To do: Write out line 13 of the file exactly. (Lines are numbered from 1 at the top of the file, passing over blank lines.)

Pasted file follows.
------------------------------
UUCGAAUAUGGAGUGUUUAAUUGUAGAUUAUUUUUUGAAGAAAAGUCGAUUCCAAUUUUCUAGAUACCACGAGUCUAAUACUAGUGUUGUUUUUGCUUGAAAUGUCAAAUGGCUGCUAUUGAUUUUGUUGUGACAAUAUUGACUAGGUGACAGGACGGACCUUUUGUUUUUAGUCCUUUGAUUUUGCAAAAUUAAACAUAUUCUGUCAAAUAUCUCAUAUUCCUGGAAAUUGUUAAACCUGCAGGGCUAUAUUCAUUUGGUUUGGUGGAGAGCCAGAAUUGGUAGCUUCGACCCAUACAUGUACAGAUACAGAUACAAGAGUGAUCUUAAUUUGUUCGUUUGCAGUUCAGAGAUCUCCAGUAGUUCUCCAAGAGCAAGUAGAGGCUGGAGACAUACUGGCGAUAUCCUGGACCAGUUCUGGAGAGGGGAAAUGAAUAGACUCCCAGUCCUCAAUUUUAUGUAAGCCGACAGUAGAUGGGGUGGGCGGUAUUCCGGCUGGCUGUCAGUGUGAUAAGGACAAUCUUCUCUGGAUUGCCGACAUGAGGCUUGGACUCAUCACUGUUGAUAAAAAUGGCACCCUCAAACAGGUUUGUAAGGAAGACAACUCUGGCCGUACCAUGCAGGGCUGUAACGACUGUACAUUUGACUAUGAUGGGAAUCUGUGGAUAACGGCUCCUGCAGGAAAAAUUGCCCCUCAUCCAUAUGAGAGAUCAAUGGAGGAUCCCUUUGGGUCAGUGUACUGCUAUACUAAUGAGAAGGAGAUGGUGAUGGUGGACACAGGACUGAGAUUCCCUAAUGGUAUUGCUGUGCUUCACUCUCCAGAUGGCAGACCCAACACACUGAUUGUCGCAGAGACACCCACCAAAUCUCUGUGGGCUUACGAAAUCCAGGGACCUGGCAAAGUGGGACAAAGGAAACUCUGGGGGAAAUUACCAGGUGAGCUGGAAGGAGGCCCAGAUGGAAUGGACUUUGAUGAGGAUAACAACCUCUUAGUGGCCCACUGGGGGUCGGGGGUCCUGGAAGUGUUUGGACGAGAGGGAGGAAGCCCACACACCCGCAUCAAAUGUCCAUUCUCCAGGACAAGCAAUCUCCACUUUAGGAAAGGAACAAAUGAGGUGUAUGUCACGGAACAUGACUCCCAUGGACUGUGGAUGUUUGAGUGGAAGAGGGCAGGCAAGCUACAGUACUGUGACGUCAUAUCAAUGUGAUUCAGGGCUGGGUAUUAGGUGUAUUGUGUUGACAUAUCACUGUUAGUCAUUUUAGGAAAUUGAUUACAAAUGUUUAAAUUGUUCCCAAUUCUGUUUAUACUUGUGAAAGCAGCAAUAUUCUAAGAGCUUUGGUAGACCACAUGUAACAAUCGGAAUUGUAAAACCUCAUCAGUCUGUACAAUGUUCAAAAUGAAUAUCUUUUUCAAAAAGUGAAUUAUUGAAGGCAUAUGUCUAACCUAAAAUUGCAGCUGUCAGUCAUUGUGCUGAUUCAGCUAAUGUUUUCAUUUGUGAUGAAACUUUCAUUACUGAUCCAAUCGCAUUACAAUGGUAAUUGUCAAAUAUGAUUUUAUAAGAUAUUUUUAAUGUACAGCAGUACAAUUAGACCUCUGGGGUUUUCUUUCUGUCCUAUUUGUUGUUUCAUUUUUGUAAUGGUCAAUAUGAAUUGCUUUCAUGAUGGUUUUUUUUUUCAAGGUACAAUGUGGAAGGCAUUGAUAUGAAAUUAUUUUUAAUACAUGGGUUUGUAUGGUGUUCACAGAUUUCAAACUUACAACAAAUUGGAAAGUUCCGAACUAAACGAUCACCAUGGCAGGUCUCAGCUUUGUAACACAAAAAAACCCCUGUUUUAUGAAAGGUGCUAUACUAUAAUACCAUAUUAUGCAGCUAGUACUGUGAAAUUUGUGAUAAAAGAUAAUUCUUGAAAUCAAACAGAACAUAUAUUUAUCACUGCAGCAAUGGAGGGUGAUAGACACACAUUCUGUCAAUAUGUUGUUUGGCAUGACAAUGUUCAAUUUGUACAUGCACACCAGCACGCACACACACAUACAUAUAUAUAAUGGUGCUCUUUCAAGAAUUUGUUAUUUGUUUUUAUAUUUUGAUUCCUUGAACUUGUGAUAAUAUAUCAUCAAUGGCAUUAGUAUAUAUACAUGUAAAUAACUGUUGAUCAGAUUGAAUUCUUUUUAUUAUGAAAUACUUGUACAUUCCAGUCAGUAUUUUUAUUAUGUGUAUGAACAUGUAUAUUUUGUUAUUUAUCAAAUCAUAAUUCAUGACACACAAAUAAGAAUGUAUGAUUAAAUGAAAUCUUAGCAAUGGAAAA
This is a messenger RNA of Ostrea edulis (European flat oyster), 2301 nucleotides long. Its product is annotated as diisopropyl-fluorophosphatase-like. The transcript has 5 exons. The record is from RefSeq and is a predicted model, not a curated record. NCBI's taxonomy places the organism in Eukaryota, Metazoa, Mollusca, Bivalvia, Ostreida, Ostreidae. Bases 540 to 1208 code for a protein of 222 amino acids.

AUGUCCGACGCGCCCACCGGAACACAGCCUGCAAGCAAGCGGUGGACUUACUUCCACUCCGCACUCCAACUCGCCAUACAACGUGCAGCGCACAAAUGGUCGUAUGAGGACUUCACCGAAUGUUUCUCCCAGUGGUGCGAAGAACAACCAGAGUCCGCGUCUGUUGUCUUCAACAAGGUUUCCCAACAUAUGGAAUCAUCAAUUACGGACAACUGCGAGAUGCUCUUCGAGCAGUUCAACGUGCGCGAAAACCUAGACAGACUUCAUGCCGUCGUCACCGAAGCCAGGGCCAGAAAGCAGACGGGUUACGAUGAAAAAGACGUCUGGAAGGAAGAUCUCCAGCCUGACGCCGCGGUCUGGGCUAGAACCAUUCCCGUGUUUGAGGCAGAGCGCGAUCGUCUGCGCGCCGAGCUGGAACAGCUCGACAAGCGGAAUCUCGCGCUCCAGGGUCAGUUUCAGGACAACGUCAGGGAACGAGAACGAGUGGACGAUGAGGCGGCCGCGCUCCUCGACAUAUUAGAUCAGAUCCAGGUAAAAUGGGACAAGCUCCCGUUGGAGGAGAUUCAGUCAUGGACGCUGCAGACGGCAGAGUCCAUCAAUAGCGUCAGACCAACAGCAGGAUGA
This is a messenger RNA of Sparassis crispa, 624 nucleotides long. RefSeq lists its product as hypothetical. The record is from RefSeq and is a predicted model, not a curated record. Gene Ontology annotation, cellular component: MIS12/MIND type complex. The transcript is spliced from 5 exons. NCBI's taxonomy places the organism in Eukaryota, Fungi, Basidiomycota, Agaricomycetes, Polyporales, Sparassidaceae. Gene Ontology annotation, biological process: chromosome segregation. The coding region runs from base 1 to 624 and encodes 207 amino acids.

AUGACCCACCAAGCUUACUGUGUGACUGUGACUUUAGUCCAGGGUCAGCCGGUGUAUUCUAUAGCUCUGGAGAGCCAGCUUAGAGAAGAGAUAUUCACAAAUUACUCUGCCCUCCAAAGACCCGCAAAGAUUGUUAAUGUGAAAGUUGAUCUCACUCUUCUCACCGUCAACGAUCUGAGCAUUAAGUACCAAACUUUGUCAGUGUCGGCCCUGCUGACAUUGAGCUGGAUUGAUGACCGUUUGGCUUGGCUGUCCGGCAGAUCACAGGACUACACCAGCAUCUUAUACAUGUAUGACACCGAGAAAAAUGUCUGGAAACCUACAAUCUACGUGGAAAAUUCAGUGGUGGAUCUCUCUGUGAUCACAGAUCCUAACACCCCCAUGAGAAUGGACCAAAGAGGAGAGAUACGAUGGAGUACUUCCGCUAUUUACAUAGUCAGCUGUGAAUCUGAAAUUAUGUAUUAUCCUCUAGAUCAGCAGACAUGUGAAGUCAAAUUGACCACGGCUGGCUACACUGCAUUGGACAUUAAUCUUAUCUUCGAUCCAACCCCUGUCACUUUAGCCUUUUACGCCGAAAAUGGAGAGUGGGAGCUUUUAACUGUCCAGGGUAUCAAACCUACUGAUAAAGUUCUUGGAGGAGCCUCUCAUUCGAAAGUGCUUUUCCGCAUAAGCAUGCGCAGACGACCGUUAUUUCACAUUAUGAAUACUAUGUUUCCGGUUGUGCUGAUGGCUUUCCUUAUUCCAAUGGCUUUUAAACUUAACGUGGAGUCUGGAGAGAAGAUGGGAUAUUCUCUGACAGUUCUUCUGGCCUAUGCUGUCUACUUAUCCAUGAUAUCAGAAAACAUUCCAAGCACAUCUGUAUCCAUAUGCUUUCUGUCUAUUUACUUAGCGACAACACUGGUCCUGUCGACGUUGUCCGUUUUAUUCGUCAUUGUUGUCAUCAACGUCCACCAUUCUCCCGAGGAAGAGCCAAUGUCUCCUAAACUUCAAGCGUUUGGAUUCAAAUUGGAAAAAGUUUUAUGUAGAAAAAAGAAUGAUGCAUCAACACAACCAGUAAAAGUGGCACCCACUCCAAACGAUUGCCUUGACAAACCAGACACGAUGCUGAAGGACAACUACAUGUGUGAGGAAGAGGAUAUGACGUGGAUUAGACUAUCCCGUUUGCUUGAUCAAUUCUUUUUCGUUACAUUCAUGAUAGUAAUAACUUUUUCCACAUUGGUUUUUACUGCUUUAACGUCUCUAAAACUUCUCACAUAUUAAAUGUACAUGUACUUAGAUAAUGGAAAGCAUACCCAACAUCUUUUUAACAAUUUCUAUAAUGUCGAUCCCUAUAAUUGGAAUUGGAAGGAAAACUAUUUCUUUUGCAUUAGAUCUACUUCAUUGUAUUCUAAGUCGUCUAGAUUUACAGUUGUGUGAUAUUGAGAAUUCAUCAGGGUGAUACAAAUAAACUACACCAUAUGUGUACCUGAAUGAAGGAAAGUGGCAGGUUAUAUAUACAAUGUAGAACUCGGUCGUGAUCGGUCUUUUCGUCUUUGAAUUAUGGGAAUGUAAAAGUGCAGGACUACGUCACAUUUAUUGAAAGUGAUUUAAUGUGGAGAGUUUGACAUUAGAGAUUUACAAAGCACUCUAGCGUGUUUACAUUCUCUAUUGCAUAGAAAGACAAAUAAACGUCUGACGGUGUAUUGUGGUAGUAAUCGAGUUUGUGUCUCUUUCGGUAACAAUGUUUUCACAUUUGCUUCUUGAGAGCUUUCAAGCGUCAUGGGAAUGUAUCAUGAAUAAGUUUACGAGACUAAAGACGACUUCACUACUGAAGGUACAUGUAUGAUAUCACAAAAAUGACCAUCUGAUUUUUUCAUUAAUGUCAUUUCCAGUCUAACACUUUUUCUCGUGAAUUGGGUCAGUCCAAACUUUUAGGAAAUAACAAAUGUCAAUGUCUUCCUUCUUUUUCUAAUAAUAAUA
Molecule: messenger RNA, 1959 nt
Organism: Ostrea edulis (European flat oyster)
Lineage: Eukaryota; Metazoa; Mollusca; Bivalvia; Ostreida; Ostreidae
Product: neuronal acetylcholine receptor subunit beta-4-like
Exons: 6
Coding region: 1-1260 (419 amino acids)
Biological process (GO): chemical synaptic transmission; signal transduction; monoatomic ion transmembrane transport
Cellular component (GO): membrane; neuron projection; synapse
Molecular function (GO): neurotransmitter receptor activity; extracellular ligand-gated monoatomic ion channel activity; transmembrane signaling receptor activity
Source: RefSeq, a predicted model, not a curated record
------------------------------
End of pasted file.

Cellular component (GO): membrane; neuron projection; synapse